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PQI Air Bank

Six Battery-Powered Wireless Storage Devices, Reviewed
By , Achim Roos

At first glance, the Air Bank looks inconspicuously like an external 2.5” drive, similar to Corsair's Voyager Air and Seagate's Wireless Plus. That is indeed part of the story; you can buy PQI's Air Bank in two versions: with a 500 GB or 1 TB disk drive built-in. PQI sent us the 500 GB model, which isn't widely available online. However, the 1 TB model goes for around $190 on Amazon.

Connect the drive to your PC the old-fashioned way, through a USB 3.0 cable, and you'll enjoy transfer rates similar to what Corsair and Seagate offer. But the Air Bank is, as its name implies, more than just an external USB 3.0-attached drive. It can also be used as a Wi-Fi hotspot, or as portable storage space for smartphones and tablets. That functionality is enabled through an 802.11b/g/n controller and 10/100 Mb/s Ethernet port. You can use the latter to connect the Air Bank to a switch or router. In hotspot mode, PQI supports up to five simultaneous users.

If you're accessing the Air Bank through a mobile device, you'll want PQI's free app for iOS, Android, and Kindle. On a PC, you can use the Web-based front-end to access your data, though not through the SMB protocol; the Air Bank does not function as a network-attached storage device. This prevented us from benchmarking it with CrystalDiskMark. When we used other metrics to measure download performance, we came up with about 4 MB/s. That's good enough for video streaming, but not enough to service several folks at the same time.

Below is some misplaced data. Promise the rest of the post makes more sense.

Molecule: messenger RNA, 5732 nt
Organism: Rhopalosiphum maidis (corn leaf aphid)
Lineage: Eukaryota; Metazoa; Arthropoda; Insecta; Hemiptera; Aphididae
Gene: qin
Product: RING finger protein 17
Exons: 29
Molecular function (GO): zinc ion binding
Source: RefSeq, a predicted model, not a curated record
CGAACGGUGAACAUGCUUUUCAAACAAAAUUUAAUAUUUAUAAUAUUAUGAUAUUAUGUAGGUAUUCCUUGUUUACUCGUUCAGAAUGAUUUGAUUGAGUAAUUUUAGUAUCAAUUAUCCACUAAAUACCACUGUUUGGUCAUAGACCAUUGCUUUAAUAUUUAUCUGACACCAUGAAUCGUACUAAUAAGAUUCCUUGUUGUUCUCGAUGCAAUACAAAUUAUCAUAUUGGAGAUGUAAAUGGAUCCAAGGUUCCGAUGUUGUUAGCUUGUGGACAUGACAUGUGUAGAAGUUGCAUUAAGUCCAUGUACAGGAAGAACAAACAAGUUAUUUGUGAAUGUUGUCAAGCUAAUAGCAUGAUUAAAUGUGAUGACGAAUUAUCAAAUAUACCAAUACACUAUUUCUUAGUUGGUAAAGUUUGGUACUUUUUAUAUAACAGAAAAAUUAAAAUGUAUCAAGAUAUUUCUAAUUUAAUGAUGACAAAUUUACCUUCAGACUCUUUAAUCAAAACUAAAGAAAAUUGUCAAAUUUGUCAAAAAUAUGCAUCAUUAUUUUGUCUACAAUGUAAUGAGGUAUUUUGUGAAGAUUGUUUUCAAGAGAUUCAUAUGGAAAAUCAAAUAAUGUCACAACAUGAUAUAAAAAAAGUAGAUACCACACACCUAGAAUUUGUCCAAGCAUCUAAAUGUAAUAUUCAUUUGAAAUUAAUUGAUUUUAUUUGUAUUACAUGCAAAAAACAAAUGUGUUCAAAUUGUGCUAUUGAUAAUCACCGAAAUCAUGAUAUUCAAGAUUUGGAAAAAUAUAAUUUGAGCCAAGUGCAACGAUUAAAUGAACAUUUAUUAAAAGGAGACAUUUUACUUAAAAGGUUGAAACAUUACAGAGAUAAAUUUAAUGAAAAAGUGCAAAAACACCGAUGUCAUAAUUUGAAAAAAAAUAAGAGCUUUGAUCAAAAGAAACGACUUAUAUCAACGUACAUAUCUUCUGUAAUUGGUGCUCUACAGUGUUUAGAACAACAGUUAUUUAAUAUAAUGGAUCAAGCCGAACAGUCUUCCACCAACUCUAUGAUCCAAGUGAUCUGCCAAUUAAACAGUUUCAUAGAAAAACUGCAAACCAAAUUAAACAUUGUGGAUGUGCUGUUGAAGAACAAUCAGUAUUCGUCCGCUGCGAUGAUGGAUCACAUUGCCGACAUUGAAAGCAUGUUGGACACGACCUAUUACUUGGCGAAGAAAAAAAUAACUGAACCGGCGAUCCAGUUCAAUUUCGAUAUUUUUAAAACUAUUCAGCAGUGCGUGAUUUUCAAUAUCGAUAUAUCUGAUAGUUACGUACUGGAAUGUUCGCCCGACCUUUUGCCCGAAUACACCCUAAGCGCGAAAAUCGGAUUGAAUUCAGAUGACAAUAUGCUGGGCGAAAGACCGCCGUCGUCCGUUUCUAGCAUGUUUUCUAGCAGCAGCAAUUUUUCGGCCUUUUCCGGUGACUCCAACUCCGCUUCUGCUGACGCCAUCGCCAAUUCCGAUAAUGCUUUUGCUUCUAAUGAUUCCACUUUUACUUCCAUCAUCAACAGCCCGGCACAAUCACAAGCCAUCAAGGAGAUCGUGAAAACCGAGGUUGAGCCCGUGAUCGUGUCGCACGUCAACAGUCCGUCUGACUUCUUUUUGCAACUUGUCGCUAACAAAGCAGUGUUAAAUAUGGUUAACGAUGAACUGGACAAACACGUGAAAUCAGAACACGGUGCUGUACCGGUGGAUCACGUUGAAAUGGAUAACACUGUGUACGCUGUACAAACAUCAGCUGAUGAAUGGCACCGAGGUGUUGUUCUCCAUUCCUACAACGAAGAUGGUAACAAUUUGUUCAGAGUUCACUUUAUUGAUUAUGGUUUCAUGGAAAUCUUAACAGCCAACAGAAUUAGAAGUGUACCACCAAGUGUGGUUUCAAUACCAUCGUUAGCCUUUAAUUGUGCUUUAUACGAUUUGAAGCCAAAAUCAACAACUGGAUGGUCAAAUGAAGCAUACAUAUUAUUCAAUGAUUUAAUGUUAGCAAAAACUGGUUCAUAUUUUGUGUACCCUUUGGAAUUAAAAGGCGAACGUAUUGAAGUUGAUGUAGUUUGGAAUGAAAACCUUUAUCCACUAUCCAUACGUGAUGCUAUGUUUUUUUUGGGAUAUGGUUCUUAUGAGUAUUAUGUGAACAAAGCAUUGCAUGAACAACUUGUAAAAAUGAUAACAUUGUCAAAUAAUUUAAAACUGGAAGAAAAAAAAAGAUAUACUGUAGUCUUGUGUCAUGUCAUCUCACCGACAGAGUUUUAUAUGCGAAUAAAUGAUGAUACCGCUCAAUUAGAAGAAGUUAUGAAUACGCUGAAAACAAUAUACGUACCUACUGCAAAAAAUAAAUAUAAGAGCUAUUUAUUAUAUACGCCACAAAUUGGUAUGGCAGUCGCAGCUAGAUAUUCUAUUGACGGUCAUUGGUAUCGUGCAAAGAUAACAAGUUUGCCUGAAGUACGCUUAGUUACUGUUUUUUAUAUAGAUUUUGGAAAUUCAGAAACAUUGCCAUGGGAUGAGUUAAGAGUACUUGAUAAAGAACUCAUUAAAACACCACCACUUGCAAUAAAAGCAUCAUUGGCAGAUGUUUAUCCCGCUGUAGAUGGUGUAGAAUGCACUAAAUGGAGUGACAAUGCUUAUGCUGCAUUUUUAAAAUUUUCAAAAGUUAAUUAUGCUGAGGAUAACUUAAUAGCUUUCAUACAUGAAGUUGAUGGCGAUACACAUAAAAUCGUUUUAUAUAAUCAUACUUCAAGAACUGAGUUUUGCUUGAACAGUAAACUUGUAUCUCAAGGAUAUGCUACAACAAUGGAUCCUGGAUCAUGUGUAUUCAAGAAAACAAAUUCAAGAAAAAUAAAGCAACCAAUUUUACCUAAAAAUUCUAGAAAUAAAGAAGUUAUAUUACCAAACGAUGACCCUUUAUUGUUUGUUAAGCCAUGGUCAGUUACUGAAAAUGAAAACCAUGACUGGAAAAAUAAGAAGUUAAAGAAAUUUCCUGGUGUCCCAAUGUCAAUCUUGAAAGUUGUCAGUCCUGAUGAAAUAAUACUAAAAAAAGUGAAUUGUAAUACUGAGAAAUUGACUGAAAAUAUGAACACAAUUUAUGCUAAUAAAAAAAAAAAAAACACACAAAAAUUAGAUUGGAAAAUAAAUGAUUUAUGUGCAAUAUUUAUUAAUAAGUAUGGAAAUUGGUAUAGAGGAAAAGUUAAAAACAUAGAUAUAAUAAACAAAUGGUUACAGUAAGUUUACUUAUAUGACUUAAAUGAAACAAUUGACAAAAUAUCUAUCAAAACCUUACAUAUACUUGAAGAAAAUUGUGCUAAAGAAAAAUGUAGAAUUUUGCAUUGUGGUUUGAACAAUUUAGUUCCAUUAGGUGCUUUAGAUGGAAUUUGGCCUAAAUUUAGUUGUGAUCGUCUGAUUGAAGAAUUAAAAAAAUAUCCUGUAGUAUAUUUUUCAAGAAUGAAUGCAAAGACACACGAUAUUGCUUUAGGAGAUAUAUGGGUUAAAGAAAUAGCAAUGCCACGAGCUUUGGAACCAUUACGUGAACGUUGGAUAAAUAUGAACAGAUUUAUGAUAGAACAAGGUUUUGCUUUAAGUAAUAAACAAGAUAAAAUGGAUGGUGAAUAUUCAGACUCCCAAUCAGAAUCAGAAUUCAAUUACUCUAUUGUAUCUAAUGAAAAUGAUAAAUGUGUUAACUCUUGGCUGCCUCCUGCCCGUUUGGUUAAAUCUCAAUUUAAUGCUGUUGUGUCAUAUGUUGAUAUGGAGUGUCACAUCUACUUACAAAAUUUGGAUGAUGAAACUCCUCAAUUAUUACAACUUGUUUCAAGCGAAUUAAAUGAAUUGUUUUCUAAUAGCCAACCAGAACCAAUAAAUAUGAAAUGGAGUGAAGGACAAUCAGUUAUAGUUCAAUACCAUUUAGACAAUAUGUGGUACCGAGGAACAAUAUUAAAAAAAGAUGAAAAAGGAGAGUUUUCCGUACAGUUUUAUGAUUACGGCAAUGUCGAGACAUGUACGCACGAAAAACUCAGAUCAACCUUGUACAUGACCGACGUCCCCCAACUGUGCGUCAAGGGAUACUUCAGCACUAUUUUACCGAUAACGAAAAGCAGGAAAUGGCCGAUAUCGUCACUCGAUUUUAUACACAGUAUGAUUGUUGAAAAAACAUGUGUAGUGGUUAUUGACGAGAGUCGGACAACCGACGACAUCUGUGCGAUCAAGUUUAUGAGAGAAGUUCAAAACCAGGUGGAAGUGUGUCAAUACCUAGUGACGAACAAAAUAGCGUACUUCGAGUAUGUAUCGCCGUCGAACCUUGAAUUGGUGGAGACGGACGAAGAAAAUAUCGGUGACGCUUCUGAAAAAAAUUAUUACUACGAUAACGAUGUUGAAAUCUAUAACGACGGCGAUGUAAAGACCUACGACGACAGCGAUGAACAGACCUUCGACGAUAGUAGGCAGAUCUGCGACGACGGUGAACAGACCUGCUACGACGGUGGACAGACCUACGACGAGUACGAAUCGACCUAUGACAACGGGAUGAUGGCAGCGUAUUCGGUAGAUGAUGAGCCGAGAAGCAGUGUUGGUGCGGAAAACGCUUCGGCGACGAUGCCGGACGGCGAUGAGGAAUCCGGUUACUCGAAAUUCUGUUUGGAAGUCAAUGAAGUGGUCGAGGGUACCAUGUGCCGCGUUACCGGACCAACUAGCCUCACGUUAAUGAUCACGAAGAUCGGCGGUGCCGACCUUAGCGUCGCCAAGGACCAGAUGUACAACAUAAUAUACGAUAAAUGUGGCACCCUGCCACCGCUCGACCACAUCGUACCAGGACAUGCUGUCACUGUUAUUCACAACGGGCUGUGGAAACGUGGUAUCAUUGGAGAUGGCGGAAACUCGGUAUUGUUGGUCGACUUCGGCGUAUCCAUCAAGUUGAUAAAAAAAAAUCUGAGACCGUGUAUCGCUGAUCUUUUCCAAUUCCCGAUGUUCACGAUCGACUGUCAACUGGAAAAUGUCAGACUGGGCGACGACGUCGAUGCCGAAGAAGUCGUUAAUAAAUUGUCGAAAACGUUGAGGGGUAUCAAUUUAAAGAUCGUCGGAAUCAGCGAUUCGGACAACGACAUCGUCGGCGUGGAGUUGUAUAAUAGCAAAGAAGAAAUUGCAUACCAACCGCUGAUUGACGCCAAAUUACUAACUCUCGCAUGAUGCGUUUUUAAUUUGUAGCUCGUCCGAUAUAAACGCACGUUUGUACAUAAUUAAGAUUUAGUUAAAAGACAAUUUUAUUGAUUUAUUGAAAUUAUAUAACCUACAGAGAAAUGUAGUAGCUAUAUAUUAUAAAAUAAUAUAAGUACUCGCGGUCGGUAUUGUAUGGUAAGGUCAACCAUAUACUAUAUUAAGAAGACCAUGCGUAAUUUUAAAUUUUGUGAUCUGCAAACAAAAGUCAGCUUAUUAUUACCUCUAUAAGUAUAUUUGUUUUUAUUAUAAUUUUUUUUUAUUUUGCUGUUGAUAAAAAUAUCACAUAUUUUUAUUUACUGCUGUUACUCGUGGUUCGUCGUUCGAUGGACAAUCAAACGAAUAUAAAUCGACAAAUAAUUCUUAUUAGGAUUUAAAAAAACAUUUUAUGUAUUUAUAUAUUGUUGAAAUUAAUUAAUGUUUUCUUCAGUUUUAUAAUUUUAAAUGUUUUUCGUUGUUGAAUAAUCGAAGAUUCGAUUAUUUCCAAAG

Our hands-on time with PQI's Air Bank+ software wasn't particularly compelling either. Aside from a rushed-looking UI, it seemed unnecessarily complicated to use. Take music streaming, for example. All audio files are shown in one list. Meta data support is absent, and the sorting is automatically alphabetical. Try finding a song if you have more than a few albums stored. In comparison, Corsair's Voyager Air shows the directory structure, avoiding the same issue. But we like the Seagate Wireless Plus' GUI best. It lets you sort music by album title, artist, or genre, similar to iTunes.

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